The 10 challenges cover three main aspects of our everyday lives where we live, what we eat and how we get around. And they aren't that difficult! Conserving nature does not mean we have to live in caves, take cold showers and eat gruel. It just means that we have to be smarter about the way we do things especially the way we use energy.
Take the first challenge, for example. This simple task is to reduce home energy use by 10 per cent. Right off the top, this also reduces our energy bills by 10 per cent, which means we have more money to spend on things we care about. It also means reduced greenhouse gas emissions that cause climate change and reduced air pollution. It does not mean that we have to shiver in the dark. By making a few simple changes, such as switching to compact fluorescent light bulbs and installing an electronic thermostat, we can accomplish this goal without drastically changing our lifestyles. And there are many, many other ways to reduce home energy use that can really add upWe're pushing nature to its limits. If we don't change our ways, our children and grandchildren will be left with an increasingly unhealthy and
Promoting Fuel Efficiency
Our biggest energy consumer actually sits in our driveways the family car. It's not uncommon for conscientious families to buy organic food, recycle religiously and even donate to environmental organizations, yet still drive gas-guzzling vehicles. Many people don't realize how dangerous big SUVs can be, or that they have been designed to exploit fuel-efficiency regulatory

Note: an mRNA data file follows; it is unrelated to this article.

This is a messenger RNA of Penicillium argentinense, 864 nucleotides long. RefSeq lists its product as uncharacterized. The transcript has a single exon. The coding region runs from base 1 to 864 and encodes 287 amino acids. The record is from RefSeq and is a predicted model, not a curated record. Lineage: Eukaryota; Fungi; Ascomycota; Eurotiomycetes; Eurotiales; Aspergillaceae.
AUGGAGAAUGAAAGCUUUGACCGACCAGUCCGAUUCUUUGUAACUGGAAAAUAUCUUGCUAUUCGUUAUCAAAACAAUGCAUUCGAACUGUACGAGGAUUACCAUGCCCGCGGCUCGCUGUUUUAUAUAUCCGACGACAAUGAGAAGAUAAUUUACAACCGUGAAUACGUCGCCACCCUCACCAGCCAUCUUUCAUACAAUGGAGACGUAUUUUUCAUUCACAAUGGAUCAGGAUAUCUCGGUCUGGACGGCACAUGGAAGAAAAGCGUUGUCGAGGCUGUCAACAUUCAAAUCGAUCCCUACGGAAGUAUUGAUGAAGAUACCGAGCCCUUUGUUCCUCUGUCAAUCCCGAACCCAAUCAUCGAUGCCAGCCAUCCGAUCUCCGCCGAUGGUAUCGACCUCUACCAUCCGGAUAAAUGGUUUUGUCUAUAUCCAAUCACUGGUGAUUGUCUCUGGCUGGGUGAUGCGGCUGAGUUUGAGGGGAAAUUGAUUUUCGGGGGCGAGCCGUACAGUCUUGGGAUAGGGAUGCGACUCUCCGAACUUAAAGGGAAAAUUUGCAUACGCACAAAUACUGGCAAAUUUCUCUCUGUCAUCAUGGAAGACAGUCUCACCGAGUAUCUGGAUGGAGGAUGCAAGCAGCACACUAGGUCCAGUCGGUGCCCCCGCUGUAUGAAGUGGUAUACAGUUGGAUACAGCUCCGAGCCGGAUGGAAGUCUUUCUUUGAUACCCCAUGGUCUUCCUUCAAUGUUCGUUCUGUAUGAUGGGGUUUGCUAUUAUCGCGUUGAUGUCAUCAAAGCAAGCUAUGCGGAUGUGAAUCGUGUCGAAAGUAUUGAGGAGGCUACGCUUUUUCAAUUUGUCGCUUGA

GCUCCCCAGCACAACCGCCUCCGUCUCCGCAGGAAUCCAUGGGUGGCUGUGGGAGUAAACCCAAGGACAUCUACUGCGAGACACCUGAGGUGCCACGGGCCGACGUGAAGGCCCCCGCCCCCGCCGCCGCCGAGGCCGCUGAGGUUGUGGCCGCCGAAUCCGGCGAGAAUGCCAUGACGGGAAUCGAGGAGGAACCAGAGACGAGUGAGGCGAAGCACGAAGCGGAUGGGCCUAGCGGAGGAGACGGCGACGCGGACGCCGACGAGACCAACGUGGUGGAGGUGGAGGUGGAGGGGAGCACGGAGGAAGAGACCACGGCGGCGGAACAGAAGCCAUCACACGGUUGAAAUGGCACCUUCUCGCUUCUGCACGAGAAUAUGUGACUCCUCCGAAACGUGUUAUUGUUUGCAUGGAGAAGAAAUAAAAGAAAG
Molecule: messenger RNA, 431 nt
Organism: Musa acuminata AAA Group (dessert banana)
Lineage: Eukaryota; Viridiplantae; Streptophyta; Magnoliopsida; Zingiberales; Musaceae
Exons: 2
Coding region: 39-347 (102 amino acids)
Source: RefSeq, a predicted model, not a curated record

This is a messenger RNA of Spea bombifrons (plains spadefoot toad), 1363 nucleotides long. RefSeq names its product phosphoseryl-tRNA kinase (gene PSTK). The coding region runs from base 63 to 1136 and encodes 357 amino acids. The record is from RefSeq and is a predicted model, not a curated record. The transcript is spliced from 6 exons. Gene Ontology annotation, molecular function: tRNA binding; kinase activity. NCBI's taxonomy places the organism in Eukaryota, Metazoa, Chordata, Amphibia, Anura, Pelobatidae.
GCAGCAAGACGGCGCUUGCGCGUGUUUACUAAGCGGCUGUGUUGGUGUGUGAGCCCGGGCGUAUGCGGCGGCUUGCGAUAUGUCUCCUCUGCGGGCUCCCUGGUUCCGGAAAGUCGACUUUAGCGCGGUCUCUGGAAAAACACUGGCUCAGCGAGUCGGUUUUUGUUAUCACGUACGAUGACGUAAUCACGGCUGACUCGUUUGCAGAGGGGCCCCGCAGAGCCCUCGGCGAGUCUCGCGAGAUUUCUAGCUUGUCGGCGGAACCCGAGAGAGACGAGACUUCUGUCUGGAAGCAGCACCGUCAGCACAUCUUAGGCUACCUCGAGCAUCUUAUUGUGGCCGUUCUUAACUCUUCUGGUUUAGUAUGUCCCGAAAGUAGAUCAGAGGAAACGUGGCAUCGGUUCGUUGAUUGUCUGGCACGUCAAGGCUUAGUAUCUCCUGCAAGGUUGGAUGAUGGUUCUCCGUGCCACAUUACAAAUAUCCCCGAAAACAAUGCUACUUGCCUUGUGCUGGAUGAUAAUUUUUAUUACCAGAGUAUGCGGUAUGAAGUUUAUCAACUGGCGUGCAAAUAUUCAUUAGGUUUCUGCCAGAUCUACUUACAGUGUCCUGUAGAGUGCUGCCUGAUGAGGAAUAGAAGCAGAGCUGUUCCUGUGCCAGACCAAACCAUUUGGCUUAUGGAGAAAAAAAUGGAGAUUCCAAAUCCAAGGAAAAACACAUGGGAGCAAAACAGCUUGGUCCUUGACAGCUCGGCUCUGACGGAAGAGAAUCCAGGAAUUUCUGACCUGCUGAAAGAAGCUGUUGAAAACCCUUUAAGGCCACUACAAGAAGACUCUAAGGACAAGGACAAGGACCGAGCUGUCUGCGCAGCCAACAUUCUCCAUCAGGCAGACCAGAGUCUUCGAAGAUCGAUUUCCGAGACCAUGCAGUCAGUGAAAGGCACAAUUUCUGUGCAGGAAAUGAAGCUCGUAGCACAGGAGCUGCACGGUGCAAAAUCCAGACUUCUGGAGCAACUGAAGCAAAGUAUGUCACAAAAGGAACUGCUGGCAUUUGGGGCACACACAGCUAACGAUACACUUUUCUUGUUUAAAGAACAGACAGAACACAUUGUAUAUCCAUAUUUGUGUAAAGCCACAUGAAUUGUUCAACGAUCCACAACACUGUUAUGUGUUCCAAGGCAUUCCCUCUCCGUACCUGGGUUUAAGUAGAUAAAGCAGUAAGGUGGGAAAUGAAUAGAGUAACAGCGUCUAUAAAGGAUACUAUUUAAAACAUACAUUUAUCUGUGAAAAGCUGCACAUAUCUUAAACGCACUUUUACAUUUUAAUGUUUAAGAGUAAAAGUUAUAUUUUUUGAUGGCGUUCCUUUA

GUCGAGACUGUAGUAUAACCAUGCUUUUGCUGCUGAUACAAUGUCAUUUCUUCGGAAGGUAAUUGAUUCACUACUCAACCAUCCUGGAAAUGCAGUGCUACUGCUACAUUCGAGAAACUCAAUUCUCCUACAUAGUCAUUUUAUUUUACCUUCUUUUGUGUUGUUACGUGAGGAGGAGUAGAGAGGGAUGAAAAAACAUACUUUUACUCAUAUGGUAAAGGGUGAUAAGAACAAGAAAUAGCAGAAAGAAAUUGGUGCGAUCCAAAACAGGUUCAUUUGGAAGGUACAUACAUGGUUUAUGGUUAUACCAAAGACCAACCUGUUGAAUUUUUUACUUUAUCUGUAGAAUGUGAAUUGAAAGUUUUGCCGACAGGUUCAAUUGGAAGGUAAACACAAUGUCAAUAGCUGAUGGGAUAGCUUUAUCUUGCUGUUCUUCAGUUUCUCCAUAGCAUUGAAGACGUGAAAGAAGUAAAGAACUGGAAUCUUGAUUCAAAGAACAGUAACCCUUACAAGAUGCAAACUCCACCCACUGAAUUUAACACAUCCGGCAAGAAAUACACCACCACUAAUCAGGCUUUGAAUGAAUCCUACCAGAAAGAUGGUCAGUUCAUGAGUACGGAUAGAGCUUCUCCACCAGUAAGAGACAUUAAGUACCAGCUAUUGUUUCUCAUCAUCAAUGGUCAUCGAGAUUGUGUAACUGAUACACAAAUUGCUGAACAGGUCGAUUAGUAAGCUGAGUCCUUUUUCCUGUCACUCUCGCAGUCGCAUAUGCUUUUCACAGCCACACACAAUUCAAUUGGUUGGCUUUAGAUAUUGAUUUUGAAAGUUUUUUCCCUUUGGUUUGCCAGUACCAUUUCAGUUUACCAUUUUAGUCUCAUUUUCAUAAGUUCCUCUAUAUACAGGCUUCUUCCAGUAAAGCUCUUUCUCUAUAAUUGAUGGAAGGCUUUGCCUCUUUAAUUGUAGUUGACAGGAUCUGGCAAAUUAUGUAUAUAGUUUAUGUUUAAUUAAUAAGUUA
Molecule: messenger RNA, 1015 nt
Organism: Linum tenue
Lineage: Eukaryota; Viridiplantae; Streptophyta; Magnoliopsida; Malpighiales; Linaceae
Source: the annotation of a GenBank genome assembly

loopholes that allow them to burn more gasoline and pollute more. Think back to 1980 if you can! The world was a very different place back then. But what hasn't changed is the average fuel efficiency of a new vehicle. It is the same today as it was 23 years ago. And it's going backwards. Average fuel consumption of the 2003 model fleet is actually worse than it was for 2002. This is why choosing a fuel-efficient vehicle is so important. New gasoline-electric hybrid vehicles offer the greatest efficiency, but there are lots of less expensive models that are also better for your wallet and the air we breathe.
Even if you drive a fuel-efficient car, driving less will help our air and the climate. Another Nature Challenge is to try carpooling, walking, riding a bike or taking transit to work or school once a week. Fewer cars on the road not only reduces pollution, but it also reduces the need to build
bigger roads, make more parking spaces and cover yet more of our cities in asphalt. If more people start taking transit, walking or cycling, it will also pressure governments to devote additional resources to these alternatives, which will encourage even more people to take advantage of them.
The Preserving Plate